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Dan Buchner is vice-president of the Peter Lougheed Leadership Institute at the Banff Centre in Banff, Alta.

The communities where we live and work are confronting the most complex challenges of our time. We are consumed by concerns over climate change, economic uncertainty, income inequality, multicultural relations, geopolitical unrest and other seemingly uncontrollable forces. People are stressed, confused, anxious, on edge.

When we think of leadership in such times, we immediately look toward the dynamic individual leader who can guide us through the volatility. But today's leadership has shifted toward a shared responsibility of key actors in the play, a process shared by passionate and motivated individuals within a social system. There will always be strong individual voices, but success will come from interactions among groups of leaders developing innovative approaches by looking at existing ideas in new and creative ways.

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We are facing real challenges developing leadership capacity in this context. It requires a different type of person than we've seen in the past. In a recent Ipsos Reid survey, chief executive officers and politicians (who often exemplify the dynamic individual leader) were rated near the bottom, just a few percentage points above telemarketers, of a list measuring trust in Canadian professionals. In another survey by the Gandalf Group, 50 per cent of respondents said they "do not trust" politicians and just 22 per cent of Canadians said they "trust" business CEOs.

Historically, most leadership development has been focused on the effectiveness of the individual leader and their organization's performance. The need has quickly shifted to developing individuals and organizations so they can lead within the context of the community where they live and work, but methods have not evolved at the same pace. We know from research that new leadership skills are required to be effective in the 21st century.

We need to develop new processes that can help people lead within the collective. This requires complex thinking capabilities that allow us to get a deeper understanding of all the moving parts of the systems at play. You can't ensure that a good plan can be executed without interaction among the right leaders in the right way. Leaders need to continually invent new solutions to react to unpredictability. You need to learn from those outside your expertise and operate under the assumption that your understanding of the world is incomplete or insufficient. Through empathy and shared understanding, we can look beyond the challenges to find solutions.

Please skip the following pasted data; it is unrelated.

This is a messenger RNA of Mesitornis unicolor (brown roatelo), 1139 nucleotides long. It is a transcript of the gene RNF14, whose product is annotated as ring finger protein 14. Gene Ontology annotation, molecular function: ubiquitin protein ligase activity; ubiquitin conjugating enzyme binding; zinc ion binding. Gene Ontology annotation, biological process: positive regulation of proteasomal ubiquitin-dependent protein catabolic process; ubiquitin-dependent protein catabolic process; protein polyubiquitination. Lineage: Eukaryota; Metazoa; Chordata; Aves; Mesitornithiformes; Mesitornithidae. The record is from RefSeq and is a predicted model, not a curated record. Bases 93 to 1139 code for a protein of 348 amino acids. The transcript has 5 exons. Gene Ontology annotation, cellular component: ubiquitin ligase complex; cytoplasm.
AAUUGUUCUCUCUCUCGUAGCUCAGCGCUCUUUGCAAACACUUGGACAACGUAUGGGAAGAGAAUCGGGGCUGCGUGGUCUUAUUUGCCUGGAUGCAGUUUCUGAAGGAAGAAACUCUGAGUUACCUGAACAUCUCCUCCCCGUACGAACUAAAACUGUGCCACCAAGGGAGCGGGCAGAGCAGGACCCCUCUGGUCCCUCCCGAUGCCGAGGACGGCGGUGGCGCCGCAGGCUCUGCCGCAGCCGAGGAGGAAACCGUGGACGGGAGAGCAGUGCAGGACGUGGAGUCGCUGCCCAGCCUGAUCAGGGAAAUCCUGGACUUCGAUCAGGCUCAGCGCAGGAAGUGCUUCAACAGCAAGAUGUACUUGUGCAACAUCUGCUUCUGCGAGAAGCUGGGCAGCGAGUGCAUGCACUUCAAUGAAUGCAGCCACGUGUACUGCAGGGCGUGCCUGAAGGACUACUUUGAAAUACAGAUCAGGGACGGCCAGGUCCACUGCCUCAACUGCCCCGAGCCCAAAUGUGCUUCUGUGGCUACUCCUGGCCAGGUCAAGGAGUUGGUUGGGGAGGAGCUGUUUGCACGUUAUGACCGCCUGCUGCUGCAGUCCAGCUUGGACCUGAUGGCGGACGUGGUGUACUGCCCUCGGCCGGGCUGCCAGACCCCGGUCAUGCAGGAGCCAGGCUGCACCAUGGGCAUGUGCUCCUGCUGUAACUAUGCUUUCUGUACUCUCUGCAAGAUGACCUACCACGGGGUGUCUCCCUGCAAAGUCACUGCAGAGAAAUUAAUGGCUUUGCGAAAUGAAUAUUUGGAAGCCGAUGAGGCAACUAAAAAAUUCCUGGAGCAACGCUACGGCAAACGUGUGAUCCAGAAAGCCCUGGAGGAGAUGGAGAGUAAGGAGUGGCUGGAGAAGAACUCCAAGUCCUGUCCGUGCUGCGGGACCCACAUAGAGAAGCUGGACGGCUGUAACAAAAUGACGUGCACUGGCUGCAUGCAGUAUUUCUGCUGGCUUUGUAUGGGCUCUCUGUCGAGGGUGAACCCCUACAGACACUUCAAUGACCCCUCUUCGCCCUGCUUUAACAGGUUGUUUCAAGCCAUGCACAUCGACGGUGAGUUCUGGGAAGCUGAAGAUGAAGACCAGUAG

Amid such challenges, there is increased demand for all stakeholders to come on board: private, public, not-for-profit and community organizations, entrepreneurs, philanthropists, activists. If interrelated elements are what make things so complex, the way out involves interactive, multiparticipant engagement. We need to seek out diverse perspectives, promote new voices and bring people together to co-create innovative ideas, not just compromises. To do this, we need to challenge old assumptions and experiment with new possibilities in a constructive and stimulating environment. That requires a different way of leading.

As a leader, how do you reach an agreement when organizations or individuals have conflicting objectives? Gathering a diverse group of stakeholders can be risky. Different strategies and skills are required to shift the dialogue from a partisan and polarized debate to one where engaged individuals are willing to address change. We must create conditions encouraging a belief that people are operating and leading from a place of trust and, as we've seen, that isn't currently the case. We need to encourage processes that deliver the skills needed for collaborative leadership: adaptability, self-awareness, reflection, deep listening skills, comfort with ambiguity, the courage to come up with creative approaches.

Expectations are higher than they've ever been. There is a desire for more say and input in our organizations and communities. Groups of inspired, passionate advocates who want to drive change can build better organizations and a better society. These are the types of leaders our world needs.

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